If Damien Rice ever got happy this would be the kind of music he would make. Ian Love’s eponymous debut album is filled with the similar kind of emotive melancholia that has become Rice’s trademark, but Love’s is written from on top of a ferris wheel, not from the depths of depression.
Don’t make the mistake of thinking that he has spent his life in an ivory tower wrapped in cotton wool. On the contrary, drug addiction and a spell in his own personal hell have fuelled Love’s creativity. As Rufus Wainwright may testify, the greater the fall, the better the music…The greater the fall, the better the music.
There is a kooky, poetic, folky bent to all of the album’s tracks slightly reminiscent of Simon & Garfunkel, but Love’s songs lack distinction, so the ten tracks tend to meld together. It all goes to create a tepid atmosphere that just washes over you – you can listen to the whole album without really hearing anything that startles your ears. Love has a voice made to lull you to sleep, that laps at your consciousness.
Razor sharp songs included the opening track, Only Night and the brilliant Old Enough has a bouncy chorus that will have you singing along, even if you don’t really agree with his “if you’re old enough you shouldn’t have it all” protest.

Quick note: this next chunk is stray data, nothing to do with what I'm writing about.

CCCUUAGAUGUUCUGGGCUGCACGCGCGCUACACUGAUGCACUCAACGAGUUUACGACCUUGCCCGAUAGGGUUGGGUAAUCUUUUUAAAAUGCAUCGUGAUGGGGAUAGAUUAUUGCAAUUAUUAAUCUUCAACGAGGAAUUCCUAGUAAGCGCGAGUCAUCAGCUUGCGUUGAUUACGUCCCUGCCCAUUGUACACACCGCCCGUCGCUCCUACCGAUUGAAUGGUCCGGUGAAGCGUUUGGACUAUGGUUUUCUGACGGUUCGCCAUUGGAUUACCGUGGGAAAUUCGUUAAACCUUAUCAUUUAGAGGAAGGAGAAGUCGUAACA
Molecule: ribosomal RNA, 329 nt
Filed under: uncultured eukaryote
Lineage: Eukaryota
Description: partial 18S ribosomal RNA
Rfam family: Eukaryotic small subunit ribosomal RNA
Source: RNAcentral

Turn Off is another sparky, stacatto tune while Don’t Let Go, and Hear a Song are the most Rice-like of all his tunes. Hear A Song ripples with a kind of luminous musicality, filled with the kind of simplified truths, that make it seem weighty and profound. Black Diamonds breaks with his feel for lazy, sleep inducing rhythms and is a bit more rocky, upbeat and impassioned. Hold Me Now meanwhile features some screechy, off-putting guitar and some sliding vocals. The album’s closing track, It’s Not Over, is a sad-happy song for the wounded or broken hearted – a perfect lament to end on.
I’d put this album on if I was feeling contemplative and needed time to think my way out of a matter of the heart, but it would probably inspire me to cry myself to a standstill, rather than plan a wild declaration of love.